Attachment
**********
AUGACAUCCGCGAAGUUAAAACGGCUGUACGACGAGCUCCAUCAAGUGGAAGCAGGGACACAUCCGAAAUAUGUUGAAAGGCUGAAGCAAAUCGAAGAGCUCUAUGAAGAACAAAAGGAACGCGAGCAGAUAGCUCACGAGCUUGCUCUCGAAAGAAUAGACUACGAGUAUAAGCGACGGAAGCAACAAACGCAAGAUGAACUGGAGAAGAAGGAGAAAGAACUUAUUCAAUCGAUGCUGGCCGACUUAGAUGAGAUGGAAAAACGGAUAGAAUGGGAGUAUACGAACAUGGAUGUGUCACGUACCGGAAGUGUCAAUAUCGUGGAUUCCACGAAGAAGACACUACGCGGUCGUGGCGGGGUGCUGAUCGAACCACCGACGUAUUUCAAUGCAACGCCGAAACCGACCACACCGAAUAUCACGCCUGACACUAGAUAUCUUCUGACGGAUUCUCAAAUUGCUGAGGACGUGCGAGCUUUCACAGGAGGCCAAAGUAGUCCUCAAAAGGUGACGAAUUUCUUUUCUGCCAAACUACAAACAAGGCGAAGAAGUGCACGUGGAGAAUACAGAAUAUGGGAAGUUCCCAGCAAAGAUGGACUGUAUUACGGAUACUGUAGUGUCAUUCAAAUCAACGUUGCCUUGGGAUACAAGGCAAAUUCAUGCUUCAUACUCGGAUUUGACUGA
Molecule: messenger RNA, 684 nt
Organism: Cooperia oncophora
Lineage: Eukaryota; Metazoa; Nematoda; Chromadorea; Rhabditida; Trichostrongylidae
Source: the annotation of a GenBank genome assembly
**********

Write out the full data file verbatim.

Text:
AUGACAUCCGCGAAGUUAAAACGGCUGUACGACGAGCUCCAUCAAGUGGAAGCAGGGACACAUCCGAAAUAUGUUGAAAGGCUGAAGCAAAUCGAAGAGCUCUAUGAAGAACAAAAGGAACGCGAGCAGAUAGCUCACGAGCUUGCUCUCGAAAGAAUAGACUACGAGUAUAAGCGACGGAAGCAACAAACGCAAGAUGAACUGGAGAAGAAGGAGAAAGAACUUAUUCAAUCGAUGCUGGCCGACUUAGAUGAGAUGGAAAAACGGAUAGAAUGGGAGUAUACGAACAUGGAUGUGUCACGUACCGGAAGUGUCAAUAUCGUGGAUUCCACGAAGAAGACACUACGCGGUCGUGGCGGGGUGCUGAUCGAACCACCGACGUAUUUCAAUGCAACGCCGAAACCGACCACACCGAAUAUCACGCCUGACACUAGAUAUCUUCUGACGGAUUCUCAAAUUGCUGAGGACGUGCGAGCUUUCACAGGAGGCCAAAGUAGUCCUCAAAAGGUGACGAAUUUCUUUUCUGCCAAACUACAAACAAGGCGAAGAAGUGCACGUGGAGAAUACAGAAUAUGGGAAGUUCCCAGCAAAGAUGGACUGUAUUACGGAUACUGUAGUGUCAUUCAAAUCAACGUUGCCUUGGGAUACAAGGCAAAUUCAUGCUUCAUACUCGGAUUUGACUGA
Molecule: messenger RNA, 684 nt
Organism: Cooperia oncophora
Lineage: Eukaryota; Metazoa; Nematoda; Chromadorea; Rhabditida; Trichostrongylidae
Source: the annotation of a GenBank genome assembly